Brexit rows plunge UK into poll mode again on Dec 12
After its passage in the House, the bill to hold the election is expected to be passed in the House of Lords on Wednesday evening. Parliament is then likely to be prorogued on November 6 to begin five weeks of campaigning before the first December election since 1923.Updated: Oct 30, 2019, 22:16 IST
The United Kingdom moved into poll mode on Wednesday after the House of Commons on Tuesday voted overwhelmingly to hold another mid-term election on December 12 to resolve the Brexit imbroglio that has divided the country since the 2016 EU referendum.
After its passage in the House, the bill to hold the election is expected to be passed in the House of Lords on Wednesday evening. Parliament is then likely to be prorogued on November 6 to begin five weeks of campaigning before the first December election since 1923.
Over 50 MPs from various parties announced that they will not contest, driven by reasons that include threats and intimidation faced due to their stand on Brexit. They include the veteran Tory Ken Clarke and the senior pro-India Labour MP Stephen Pound.
The election is expected to further dilute Britain’s long-standing two-party politics (Conservative, Labour) in favour of smaller parties whose influence has grown in recent elections. There are also concerns over turnout due to the election’s pre-Christmas timing.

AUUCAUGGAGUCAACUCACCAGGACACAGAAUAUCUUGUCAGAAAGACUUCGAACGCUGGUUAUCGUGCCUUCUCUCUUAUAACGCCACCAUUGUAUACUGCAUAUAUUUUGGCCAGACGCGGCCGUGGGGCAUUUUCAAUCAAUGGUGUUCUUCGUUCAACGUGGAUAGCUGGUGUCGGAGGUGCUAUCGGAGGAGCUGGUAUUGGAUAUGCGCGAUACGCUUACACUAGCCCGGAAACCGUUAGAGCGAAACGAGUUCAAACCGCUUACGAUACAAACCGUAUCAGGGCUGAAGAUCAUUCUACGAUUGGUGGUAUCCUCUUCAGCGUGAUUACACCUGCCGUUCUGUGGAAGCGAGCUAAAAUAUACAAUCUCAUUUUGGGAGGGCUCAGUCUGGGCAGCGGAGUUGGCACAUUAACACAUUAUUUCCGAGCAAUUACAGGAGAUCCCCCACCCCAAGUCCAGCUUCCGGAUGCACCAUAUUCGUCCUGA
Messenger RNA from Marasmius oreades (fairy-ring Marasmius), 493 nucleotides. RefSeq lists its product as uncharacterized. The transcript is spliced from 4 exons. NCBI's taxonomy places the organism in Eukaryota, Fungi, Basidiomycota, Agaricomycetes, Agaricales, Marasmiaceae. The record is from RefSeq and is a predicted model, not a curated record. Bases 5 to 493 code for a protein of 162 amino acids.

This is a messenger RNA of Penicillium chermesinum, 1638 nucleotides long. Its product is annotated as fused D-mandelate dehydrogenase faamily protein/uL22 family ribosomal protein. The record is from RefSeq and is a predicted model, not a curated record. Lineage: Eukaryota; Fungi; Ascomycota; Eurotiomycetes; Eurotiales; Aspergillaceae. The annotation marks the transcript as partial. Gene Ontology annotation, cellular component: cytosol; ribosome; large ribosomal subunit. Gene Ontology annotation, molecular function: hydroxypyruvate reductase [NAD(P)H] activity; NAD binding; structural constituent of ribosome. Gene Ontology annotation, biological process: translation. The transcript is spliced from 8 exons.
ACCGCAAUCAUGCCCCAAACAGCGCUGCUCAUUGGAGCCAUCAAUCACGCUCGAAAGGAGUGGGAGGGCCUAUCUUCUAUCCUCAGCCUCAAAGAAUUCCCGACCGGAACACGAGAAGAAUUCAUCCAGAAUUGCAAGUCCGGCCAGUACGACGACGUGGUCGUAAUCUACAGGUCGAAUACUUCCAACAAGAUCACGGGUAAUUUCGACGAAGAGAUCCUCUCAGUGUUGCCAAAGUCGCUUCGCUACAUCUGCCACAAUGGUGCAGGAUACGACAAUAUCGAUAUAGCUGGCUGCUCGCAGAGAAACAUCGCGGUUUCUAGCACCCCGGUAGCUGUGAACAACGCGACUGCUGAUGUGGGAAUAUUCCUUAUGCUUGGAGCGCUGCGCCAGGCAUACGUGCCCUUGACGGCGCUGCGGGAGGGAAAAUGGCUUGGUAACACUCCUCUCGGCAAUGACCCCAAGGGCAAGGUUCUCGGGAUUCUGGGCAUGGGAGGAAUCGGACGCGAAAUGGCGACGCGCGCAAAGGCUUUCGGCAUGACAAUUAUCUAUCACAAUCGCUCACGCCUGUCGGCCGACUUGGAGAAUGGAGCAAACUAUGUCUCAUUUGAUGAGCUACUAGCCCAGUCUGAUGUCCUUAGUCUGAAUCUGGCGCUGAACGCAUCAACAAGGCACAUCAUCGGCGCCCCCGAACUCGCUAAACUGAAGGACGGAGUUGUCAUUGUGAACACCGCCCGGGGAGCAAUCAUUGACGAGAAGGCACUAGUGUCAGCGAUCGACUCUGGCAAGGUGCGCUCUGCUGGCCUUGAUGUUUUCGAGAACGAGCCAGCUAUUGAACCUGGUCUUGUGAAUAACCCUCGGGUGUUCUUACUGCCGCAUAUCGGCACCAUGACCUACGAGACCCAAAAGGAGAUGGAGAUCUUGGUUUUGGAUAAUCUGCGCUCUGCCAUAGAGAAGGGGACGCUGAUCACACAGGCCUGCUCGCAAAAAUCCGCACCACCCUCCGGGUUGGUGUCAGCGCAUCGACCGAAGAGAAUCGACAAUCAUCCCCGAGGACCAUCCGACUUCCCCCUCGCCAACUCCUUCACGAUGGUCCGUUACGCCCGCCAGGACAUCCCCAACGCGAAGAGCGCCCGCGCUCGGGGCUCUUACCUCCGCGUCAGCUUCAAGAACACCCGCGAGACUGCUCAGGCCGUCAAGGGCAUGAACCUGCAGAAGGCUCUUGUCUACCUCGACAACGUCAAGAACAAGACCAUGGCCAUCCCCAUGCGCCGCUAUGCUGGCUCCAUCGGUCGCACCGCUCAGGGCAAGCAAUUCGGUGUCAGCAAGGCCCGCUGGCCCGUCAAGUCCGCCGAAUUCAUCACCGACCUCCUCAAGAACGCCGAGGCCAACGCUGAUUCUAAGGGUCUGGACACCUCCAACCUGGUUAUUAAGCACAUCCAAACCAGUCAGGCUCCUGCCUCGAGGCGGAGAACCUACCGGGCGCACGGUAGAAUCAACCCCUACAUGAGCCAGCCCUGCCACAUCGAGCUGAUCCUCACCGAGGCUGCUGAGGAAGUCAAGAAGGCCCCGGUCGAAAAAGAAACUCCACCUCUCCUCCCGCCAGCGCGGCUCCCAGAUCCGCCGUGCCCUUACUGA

Prime Minister Boris Johnson and Labour leader Jeremy Corbyn jousted during the last Prime Minister’s Questions in the current House of Commons on Wednesday, as parties geared up to draft manifestos, and finalise candidates and campaign material.
Opinion polls suggest the Johnson-led Conservative party is ahead of Labour, but another hung parliament is considered the most likely outcome, providing opportunities for smaller parties to influence policy on Brexit and other key issues such as health and education.
Two of the last three elections resulted in hung parliaments: David Cameron led a coalition government with Liberal Democrats after the 2010 election, and Theresa May led a minority government after 2017 with support of the Democratic Unionist Party.
The fate of Brexit will depend on the outcome of the election: at least two significant parties – Liberal Democrats and Scottish National Party – want to cancel Brexit, while Labour has an ambiguous position, seeking to hold another referendum on the issue.
Johnson’s campaign plank is to seek a comfortable majority so that he can deliver on the outcome of the 2016 referendum by the new Brexit deadline of January 31. Winning the election will be seen as an endorsement of his withdrawal agreement secured in Brussels earlier this month.
Four scenarios after December 12 are:
1. Brexit happens by the new deadline of January 31 under the agreement reached by Johnson.
2. The agreement with Brussels is renegotiated.
3. Another referendum is held to seek people’s approval on the terms of Brexit outlined in the agreement.
4. Brexit is cancelled.